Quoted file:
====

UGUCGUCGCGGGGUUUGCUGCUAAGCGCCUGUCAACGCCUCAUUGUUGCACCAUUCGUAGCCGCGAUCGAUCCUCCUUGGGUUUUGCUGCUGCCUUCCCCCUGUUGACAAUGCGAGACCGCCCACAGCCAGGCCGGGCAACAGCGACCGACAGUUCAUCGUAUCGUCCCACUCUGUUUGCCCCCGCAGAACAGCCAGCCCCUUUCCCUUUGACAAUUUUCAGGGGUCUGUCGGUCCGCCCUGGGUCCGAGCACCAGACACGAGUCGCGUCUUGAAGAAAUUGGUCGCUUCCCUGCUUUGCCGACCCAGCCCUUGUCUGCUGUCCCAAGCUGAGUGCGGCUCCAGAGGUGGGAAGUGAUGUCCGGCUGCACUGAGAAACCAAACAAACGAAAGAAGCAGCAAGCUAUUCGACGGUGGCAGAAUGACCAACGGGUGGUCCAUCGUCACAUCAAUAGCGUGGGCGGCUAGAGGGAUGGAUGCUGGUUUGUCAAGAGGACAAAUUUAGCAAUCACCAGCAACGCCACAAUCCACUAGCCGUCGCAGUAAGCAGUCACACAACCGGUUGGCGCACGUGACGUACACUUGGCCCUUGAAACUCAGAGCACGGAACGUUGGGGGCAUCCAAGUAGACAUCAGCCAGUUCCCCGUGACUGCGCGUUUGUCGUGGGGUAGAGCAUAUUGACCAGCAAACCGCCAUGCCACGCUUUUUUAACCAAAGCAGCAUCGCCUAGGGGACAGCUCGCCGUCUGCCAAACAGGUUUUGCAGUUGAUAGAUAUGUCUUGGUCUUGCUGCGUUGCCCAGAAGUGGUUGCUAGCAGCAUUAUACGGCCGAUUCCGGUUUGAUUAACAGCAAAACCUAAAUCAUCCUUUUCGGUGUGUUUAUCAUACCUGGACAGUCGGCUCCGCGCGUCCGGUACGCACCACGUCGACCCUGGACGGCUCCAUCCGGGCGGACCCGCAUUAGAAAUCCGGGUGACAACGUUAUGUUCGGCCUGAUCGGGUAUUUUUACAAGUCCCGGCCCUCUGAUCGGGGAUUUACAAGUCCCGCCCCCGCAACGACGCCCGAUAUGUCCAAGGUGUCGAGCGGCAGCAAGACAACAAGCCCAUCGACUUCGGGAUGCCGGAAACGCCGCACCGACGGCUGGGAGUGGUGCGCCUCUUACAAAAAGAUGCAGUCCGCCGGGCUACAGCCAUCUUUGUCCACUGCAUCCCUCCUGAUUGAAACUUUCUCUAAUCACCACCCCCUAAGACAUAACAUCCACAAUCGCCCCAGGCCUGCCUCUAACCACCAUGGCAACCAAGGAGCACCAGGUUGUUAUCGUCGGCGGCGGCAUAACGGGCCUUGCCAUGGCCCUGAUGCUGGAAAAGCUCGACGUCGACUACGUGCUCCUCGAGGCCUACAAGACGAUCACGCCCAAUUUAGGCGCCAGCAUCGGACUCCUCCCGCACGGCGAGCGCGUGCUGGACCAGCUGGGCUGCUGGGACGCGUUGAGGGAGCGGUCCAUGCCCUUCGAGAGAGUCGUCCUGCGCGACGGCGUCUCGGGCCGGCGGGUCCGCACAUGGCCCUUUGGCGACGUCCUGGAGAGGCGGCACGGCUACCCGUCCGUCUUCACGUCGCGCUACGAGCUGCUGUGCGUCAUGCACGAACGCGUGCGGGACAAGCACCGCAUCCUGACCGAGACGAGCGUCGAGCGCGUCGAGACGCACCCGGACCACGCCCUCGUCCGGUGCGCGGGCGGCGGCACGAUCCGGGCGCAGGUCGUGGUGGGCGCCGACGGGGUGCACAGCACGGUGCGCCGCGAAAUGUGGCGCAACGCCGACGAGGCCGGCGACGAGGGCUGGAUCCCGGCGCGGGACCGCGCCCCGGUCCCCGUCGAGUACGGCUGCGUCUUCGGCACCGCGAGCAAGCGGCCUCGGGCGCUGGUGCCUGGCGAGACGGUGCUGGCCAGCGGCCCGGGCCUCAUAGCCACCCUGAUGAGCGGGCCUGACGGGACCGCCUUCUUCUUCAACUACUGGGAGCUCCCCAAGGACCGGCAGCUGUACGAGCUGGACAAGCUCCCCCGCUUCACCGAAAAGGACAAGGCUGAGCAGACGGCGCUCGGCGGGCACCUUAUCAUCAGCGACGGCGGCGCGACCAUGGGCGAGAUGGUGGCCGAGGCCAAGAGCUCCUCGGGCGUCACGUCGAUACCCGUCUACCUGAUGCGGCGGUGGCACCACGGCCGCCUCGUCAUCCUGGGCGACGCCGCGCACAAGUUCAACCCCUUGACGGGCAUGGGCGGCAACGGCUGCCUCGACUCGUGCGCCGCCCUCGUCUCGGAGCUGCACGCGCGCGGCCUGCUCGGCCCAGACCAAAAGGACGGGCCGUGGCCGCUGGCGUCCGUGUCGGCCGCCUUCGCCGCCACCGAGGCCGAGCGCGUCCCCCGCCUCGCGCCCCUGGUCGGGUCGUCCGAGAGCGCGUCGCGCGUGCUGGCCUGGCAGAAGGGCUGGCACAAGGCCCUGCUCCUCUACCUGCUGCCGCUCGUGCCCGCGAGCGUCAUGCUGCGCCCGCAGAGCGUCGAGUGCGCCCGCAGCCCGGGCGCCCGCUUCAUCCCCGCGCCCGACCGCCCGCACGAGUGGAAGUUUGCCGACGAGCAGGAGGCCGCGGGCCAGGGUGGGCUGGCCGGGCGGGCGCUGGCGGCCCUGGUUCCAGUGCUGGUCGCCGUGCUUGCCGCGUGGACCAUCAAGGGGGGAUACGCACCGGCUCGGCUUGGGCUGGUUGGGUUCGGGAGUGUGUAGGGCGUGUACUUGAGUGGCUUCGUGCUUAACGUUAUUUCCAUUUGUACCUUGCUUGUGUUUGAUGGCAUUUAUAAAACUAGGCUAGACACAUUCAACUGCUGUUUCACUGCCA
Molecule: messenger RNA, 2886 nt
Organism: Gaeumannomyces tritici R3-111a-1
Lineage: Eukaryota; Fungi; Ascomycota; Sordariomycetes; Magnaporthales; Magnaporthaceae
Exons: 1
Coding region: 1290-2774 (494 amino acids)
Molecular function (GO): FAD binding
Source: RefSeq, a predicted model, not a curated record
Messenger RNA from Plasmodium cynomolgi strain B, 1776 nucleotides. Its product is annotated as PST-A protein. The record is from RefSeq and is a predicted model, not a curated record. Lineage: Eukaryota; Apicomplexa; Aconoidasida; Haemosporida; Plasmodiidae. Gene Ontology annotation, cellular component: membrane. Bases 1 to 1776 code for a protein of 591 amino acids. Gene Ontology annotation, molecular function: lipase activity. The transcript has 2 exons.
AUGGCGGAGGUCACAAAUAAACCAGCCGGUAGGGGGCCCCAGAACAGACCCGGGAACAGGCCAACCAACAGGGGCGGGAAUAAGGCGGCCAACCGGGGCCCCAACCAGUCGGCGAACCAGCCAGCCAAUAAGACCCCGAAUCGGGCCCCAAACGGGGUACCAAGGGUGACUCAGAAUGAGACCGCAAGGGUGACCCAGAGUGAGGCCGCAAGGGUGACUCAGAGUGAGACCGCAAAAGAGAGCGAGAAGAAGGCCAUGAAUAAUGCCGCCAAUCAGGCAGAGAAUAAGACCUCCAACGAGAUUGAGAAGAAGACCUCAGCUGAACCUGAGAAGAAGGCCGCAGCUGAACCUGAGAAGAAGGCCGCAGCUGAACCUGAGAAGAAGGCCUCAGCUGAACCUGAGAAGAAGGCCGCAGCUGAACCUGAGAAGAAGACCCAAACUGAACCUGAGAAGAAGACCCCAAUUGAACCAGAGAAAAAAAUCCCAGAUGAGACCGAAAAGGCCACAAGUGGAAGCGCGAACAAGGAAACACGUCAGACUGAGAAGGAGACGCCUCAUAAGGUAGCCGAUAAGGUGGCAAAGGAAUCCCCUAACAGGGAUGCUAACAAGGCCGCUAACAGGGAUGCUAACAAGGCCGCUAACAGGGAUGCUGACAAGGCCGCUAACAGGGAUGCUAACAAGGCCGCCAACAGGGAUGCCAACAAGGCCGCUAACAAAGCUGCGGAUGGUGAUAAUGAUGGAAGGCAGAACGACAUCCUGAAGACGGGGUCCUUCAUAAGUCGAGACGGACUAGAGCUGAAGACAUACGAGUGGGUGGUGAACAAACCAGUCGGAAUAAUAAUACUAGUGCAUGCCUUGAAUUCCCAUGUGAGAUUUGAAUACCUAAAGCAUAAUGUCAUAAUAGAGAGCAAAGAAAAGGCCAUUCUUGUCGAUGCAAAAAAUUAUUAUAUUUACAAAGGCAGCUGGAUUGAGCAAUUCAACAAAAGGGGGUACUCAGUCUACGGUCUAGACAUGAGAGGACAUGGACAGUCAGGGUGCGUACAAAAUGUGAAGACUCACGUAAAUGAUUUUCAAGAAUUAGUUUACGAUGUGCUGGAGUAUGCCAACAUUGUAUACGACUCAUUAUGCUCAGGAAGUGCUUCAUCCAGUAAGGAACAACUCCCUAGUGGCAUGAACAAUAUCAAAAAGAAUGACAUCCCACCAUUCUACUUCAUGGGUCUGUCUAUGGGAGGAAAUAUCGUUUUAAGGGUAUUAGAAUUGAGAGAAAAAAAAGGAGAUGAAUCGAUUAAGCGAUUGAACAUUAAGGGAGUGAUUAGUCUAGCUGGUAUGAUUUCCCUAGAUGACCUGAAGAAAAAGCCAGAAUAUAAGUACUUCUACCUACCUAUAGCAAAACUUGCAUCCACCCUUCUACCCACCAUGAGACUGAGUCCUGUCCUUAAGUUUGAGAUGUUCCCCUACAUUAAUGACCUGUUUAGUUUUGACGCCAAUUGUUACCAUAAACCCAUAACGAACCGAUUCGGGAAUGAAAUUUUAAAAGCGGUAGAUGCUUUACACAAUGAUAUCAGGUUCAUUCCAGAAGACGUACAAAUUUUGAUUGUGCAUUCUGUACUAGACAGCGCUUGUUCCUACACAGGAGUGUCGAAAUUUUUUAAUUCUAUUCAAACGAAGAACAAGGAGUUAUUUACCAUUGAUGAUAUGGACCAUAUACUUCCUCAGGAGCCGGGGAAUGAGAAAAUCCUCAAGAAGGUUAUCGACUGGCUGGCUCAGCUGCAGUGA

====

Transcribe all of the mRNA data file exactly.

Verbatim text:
UGUCGUCGCGGGGUUUGCUGCUAAGCGCCUGUCAACGCCUCAUUGUUGCACCAUUCGUAGCCGCGAUCGAUCCUCCUUGGGUUUUGCUGCUGCCUUCCCCCUGUUGACAAUGCGAGACCGCCCACAGCCAGGCCGGGCAACAGCGACCGACAGUUCAUCGUAUCGUCCCACUCUGUUUGCCCCCGCAGAACAGCCAGCCCCUUUCCCUUUGACAAUUUUCAGGGGUCUGUCGGUCCGCCCUGGGUCCGAGCACCAGACACGAGUCGCGUCUUGAAGAAAUUGGUCGCUUCCCUGCUUUGCCGACCCAGCCCUUGUCUGCUGUCCCAAGCUGAGUGCGGCUCCAGAGGUGGGAAGUGAUGUCCGGCUGCACUGAGAAACCAAACAAACGAAAGAAGCAGCAAGCUAUUCGACGGUGGCAGAAUGACCAACGGGUGGUCCAUCGUCACAUCAAUAGCGUGGGCGGCUAGAGGGAUGGAUGCUGGUUUGUCAAGAGGACAAAUUUAGCAAUCACCAGCAACGCCACAAUCCACUAGCCGUCGCAGUAAGCAGUCACACAACCGGUUGGCGCACGUGACGUACACUUGGCCCUUGAAACUCAGAGCACGGAACGUUGGGGGCAUCCAAGUAGACAUCAGCCAGUUCCCCGUGACUGCGCGUUUGUCGUGGGGUAGAGCAUAUUGACCAGCAAACCGCCAUGCCACGCUUUUUUAACCAAAGCAGCAUCGCCUAGGGGACAGCUCGCCGUCUGCCAAACAGGUUUUGCAGUUGAUAGAUAUGUCUUGGUCUUGCUGCGUUGCCCAGAAGUGGUUGCUAGCAGCAUUAUACGGCCGAUUCCGGUUUGAUUAACAGCAAAACCUAAAUCAUCCUUUUCGGUGUGUUUAUCAUACCUGGACAGUCGGCUCCGCGCGUCCGGUACGCACCACGUCGACCCUGGACGGCUCCAUCCGGGCGGACCCGCAUUAGAAAUCCGGGUGACAACGUUAUGUUCGGCCUGAUCGGGUAUUUUUACAAGUCCCGGCCCUCUGAUCGGGGAUUUACAAGUCCCGCCCCCGCAACGACGCCCGAUAUGUCCAAGGUGUCGAGCGGCAGCAAGACAACAAGCCCAUCGACUUCGGGAUGCCGGAAACGCCGCACCGACGGCUGGGAGUGGUGCGCCUCUUACAAAAAGAUGCAGUCCGCCGGGCUACAGCCAUCUUUGUCCACUGCAUCCCUCCUGAUUGAAACUUUCUCUAAUCACCACCCCCUAAGACAUAACAUCCACAAUCGCCCCAGGCCUGCCUCUAACCACCAUGGCAACCAAGGAGCACCAGGUUGUUAUCGUCGGCGGCGGCAUAACGGGCCUUGCCAUGGCCCUGAUGCUGGAAAAGCUCGACGUCGACUACGUGCUCCUCGAGGCCUACAAGACGAUCACGCCCAAUUUAGGCGCCAGCAUCGGACUCCUCCCGCACGGCGAGCGCGUGCUGGACCAGCUGGGCUGCUGGGACGCGUUGAGGGAGCGGUCCAUGCCCUUCGAGAGAGUCGUCCUGCGCGACGGCGUCUCGGGCCGGCGGGUCCGCACAUGGCCCUUUGGCGACGUCCUGGAGAGGCGGCACGGCUACCCGUCCGUCUUCACGUCGCGCUACGAGCUGCUGUGCGUCAUGCACGAACGCGUGCGGGACAAGCACCGCAUCCUGACCGAGACGAGCGUCGAGCGCGUCGAGACGCACCCGGACCACGCCCUCGUCCGGUGCGCGGGCGGCGGCACGAUCCGGGCGCAGGUCGUGGUGGGCGCCGACGGGGUGCACAGCACGGUGCGCCGCGAAAUGUGGCGCAACGCCGACGAGGCCGGCGACGAGGGCUGGAUCCCGGCGCGGGACCGCGCCCCGGUCCCCGUCGAGUACGGCUGCGUCUUCGGCACCGCGAGCAAGCGGCCUCGGGCGCUGGUGCCUGGCGAGACGGUGCUGGCCAGCGGCCCGGGCCUCAUAGCCACCCUGAUGAGCGGGCCUGACGGGACCGCCUUCUUCUUCAACUACUGGGAGCUCCCCAAGGACCGGCAGCUGUACGAGCUGGACAAGCUCCCCCGCUUCACCGAAAAGGACAAGGCUGAGCAGACGGCGCUCGGCGGGCACCUUAUCAUCAGCGACGGCGGCGCGACCAUGGGCGAGAUGGUGGCCGAGGCCAAGAGCUCCUCGGGCGUCACGUCGAUACCCGUCUACCUGAUGCGGCGGUGGCACCACGGCCGCCUCGUCAUCCUGGGCGACGCCGCGCACAAGUUCAACCCCUUGACGGGCAUGGGCGGCAACGGCUGCCUCGACUCGUGCGCCGCCCUCGUCUCGGAGCUGCACGCGCGCGGCCUGCUCGGCCCAGACCAAAAGGACGGGCCGUGGCCGCUGGCGUCCGUGUCGGCCGCCUUCGCCGCCACCGAGGCCGAGCGCGUCCCCCGCCUCGCGCCCCUGGUCGGGUCGUCCGAGAGCGCGUCGCGCGUGCUGGCCUGGCAGAAGGGCUGGCACAAGGCCCUGCUCCUCUACCUGCUGCCGCUCGUGCCCGCGAGCGUCAUGCUGCGCCCGCAGAGCGUCGAGUGCGCCCGCAGCCCGGGCGCCCGCUUCAUCCCCGCGCCCGACCGCCCGCACGAGUGGAAGUUUGCCGACGAGCAGGAGGCCGCGGGCCAGGGUGGGCUGGCCGGGCGGGCGCUGGCGGCCCUGGUUCCAGUGCUGGUCGCCGUGCUUGCCGCGUGGACCAUCAAGGGGGGAUACGCACCGGCUCGGCUUGGGCUGGUUGGGUUCGGGAGUGUGUAGGGCGUGUACUUGAGUGGCUUCGUGCUUAACGUUAUUUCCAUUUGUACCUUGCUUGUGUUUGAUGGCAUUUAUAAAACUAGGCUAGACACAUUCAACUGCUGUUUCACUGCCA
Molecule: messenger RNA, 2886 nt
Organism: Gaeumannomyces tritici R3-111a-1
Lineage: Eukaryota; Fungi; Ascomycota; Sordariomycetes; Magnaporthales; Magnaporthaceae
Exons: 1
Coding region: 1290-2774 (494 amino acids)
Molecular function (GO): FAD binding
Source: RefSeq, a predicted model, not a curated record
Messenger RNA from Plasmodium cynomolgi strain B, 1776 nucleotides. Its product is annotated as PST-A protein. The record is from RefSeq and is a predicted model, not a curated record. Lineage: Eukaryota; Apicomplexa; Aconoidasida; Haemosporida; Plasmodiidae. Gene Ontology annotation, cellular component: membrane. Bases 1 to 1776 code for a protein of 591 amino acids. Gene Ontology annotation, molecular function: lipase activity. The transcript has 2 exons.
AUGGCGGAGGUCACAAAUAAACCAGCCGGUAGGGGGCCCCAGAACAGACCCGGGAACAGGCCAACCAACAGGGGCGGGAAUAAGGCGGCCAACCGGGGCCCCAACCAGUCGGCGAACCAGCCAGCCAAUAAGACCCCGAAUCGGGCCCCAAACGGGGUACCAAGGGUGACUCAGAAUGAGACCGCAAGGGUGACCCAGAGUGAGGCCGCAAGGGUGACUCAGAGUGAGACCGCAAAAGAGAGCGAGAAGAAGGCCAUGAAUAAUGCCGCCAAUCAGGCAGAGAAUAAGACCUCCAACGAGAUUGAGAAGAAGACCUCAGCUGAACCUGAGAAGAAGGCCGCAGCUGAACCUGAGAAGAAGGCCGCAGCUGAACCUGAGAAGAAGGCCUCAGCUGAACCUGAGAAGAAGGCCGCAGCUGAACCUGAGAAGAAGACCCAAACUGAACCUGAGAAGAAGACCCCAAUUGAACCAGAGAAAAAAAUCCCAGAUGAGACCGAAAAGGCCACAAGUGGAAGCGCGAACAAGGAAACACGUCAGACUGAGAAGGAGACGCCUCAUAAGGUAGCCGAUAAGGUGGCAAAGGAAUCCCCUAACAGGGAUGCUAACAAGGCCGCUAACAGGGAUGCUAACAAGGCCGCUAACAGGGAUGCUGACAAGGCCGCUAACAGGGAUGCUAACAAGGCCGCCAACAGGGAUGCCAACAAGGCCGCUAACAAAGCUGCGGAUGGUGAUAAUGAUGGAAGGCAGAACGACAUCCUGAAGACGGGGUCCUUCAUAAGUCGAGACGGACUAGAGCUGAAGACAUACGAGUGGGUGGUGAACAAACCAGUCGGAAUAAUAAUACUAGUGCAUGCCUUGAAUUCCCAUGUGAGAUUUGAAUACCUAAAGCAUAAUGUCAUAAUAGAGAGCAAAGAAAAGGCCAUUCUUGUCGAUGCAAAAAAUUAUUAUAUUUACAAAGGCAGCUGGAUUGAGCAAUUCAACAAAAGGGGGUACUCAGUCUACGGUCUAGACAUGAGAGGACAUGGACAGUCAGGGUGCGUACAAAAUGUGAAGACUCACGUAAAUGAUUUUCAAGAAUUAGUUUACGAUGUGCUGGAGUAUGCCAACAUUGUAUACGACUCAUUAUGCUCAGGAAGUGCUUCAUCCAGUAAGGAACAACUCCCUAGUGGCAUGAACAAUAUCAAAAAGAAUGACAUCCCACCAUUCUACUUCAUGGGUCUGUCUAUGGGAGGAAAUAUCGUUUUAAGGGUAUUAGAAUUGAGAGAAAAAAAAGGAGAUGAAUCGAUUAAGCGAUUGAACAUUAAGGGAGUGAUUAGUCUAGCUGGUAUGAUUUCCCUAGAUGACCUGAAGAAAAAGCCAGAAUAUAAGUACUUCUACCUACCUAUAGCAAAACUUGCAUCCACCCUUCUACCCACCAUGAGACUGAGUCCUGUCCUUAAGUUUGAGAUGUUCCCCUACAUUAAUGACCUGUUUAGUUUUGACGCCAAUUGUUACCAUAAACCCAUAACGAACCGAUUCGGGAAUGAAAUUUUAAAAGCGGUAGAUGCUUUACACAAUGAUAUCAGGUUCAUUCCAGAAGACGUACAAAUUUUGAUUGUGCAUUCUGUACUAGACAGCGCUUGUUCCUACACAGGAGUGUCGAAAUUUUUUAAUUCUAUUCAAACGAAGAACAAGGAGUUAUUUACCAUUGAUGAUAUGGACCAUAUACUUCCUCAGGAGCCGGGGAAUGAGAAAAUCCUCAAGAAGGUUAUCGACUGGCUGGCUCAGCUGCAGUGA